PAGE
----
Guidance and school principles

 

This section provides guidance and principles that the Sub-Committees and Chairs use when considering new course and programme proposals and modification proposals.

The guidance and School principles detailed below supplement information that can be found in the modifications to existing courses and programmes on the right.

School policy on marking

The Academic Board (10 November 2010 meeting) approved three forms of marking for summative assessment: double-blind marking; sighted double marking; and moderated single marking, involving a second examiner.

It agreed that the default position for all summative assessments would continue to be double-blind marking.  Departments choosing to 'opt out' of double-blind marking would be required to register their reasons and details of their procedures with the USSC/GSSC as appropriate. 

Departments would be able to register their marking procedures on a departmental basis, rather than case by case.

It would be highly exceptional for GTAs or guest teachers who are also registered as PhD students to act as examiners for graduate level assessments. In such cases, the Chair of the GSSC must given his/her approval and the student concerned would normally need to be near completion and/or would have specialist expertise of direct relevance to the course concerned. The Chair of the GSSC would only grant approval for GTA marking in exceptional circumstances where all other avenues had been exhausted and this should not be taken as a recurring approval for each year.

For more information about the marking process, please refer to instructions for examiners for undergraduate and taught graduate programmes (PDF).

Procedure for 'opting out' of double-blind marking

Departments should to write to the USSC and/or GSSC to explain:

a) the reasons why double-blind marking is not used;
b) the marking procedures that are used instead.

Departments should read the guidance provided on registering an 'opt out' of double-blind marking (PDF) and address points 1-7 in their correspondence as appropriate to the case in question.

Please send correspondence to the relevant Sub-Committee Secretary. He/She will confirm when the Department's marking procedure is formally registered.

Seminar and class size exemptions

1.1 School policy requires undergraduate classes and graduate seminars to have a maximum limit of 15 students per group.

1.2 This has been established policy for undergraduate course. It was introduced at the graduate level in October 2009 as a result of a Teaching Task Force recommendation (approved by the Academic Board in May 2008).

1.3 The School acknowledges that it might be appropriate to run larger classes/seminars when pedagogically appropriate. It also recognises that student demand and other resource reasons might make it unavoidable for some courses to run larger classes/seminars in particular years. USSC and GSSC can grant exemptions to the maximum class/seminar size rule in such cases.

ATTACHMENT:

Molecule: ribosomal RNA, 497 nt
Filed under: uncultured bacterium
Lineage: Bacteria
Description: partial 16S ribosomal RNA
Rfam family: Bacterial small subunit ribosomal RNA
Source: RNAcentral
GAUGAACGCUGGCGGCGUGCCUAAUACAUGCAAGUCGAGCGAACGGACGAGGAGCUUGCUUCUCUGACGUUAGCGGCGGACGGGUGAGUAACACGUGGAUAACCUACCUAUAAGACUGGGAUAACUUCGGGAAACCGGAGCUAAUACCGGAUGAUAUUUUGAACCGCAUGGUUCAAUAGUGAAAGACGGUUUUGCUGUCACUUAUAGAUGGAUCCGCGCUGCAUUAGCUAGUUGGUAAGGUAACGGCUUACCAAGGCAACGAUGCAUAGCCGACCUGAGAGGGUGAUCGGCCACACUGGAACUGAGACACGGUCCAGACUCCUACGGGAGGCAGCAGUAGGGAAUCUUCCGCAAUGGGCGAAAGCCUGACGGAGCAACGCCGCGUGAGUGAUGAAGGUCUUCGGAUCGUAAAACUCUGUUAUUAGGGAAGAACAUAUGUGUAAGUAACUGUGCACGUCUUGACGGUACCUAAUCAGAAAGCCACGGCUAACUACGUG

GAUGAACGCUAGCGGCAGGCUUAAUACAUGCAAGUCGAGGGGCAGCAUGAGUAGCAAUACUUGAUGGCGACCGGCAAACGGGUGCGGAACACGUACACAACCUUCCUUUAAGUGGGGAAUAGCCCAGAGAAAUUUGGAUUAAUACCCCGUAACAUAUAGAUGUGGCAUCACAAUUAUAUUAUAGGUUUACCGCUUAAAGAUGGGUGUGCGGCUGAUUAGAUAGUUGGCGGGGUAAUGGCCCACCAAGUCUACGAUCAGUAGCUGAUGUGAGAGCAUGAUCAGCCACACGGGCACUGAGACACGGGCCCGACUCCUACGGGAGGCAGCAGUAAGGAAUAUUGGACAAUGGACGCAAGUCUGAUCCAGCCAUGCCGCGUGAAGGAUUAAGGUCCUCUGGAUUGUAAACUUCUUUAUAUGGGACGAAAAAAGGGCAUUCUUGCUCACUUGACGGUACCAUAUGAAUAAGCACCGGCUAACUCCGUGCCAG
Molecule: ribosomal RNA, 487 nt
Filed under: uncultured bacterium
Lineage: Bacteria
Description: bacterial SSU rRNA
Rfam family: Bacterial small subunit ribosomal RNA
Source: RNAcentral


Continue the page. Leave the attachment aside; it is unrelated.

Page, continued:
1.4 The principles and procedures for class/seminar size exemptions are set out below.

Principles for considering requests to hold oversize classes/seminars

2.1 The USSC and GSSC Chairs will use the following principles as a guide when considering requests from departments for exemption from the maximum class/seminar size.

2.2 In all cases where a course runs oversize classes or seminars, corresponding increases in office hours and other student learning support associated with the course need to be made. The course leader/convener is responsible for ensuring that available student support corresponds adequately to the number of students on the course.

2.3 There are two possible kinds of exemption – temporary and three-year.

2.4 ‘Temporary exemption’ means permission to run oversize classes/seminars for one academic year. In all cases, the department is asked to first consider whether it can run an additional class/seminar group. If not, temporary exemptions can be granted in cases where a course needs to run oversize classes/seminars due to resource constraints, which might include the following reasons:

  • unexpectedly high/late student demand for a course;

  • departure of staff/unsuccessful recruitment round;

  • staff illness/unavoidable personal reasons;

  • insufficient resource to run additional class/seminar group. 

2.5 If a temporary exemption is granted, it is expected that departments will factor these considerations into their planning processes to avoid oversize groups the following year.

2.6 ‘Three-year exemption’ means permission to run oversize classes/seminars for three years without needing further exemption during that period. These exemptions are granted for pedagogical reasons:

  • where a specialist teacher, e.g. an external expert, is only available to teach a limited number of seminars/classes and where students would be disadvantaged by being taught by a non-specialist;

  • where sessions are structured on a non-standard model, for example lectures immediately followed by group-based activity, or larger seminars/classes that involve extensive use of small group 'break out' sessions;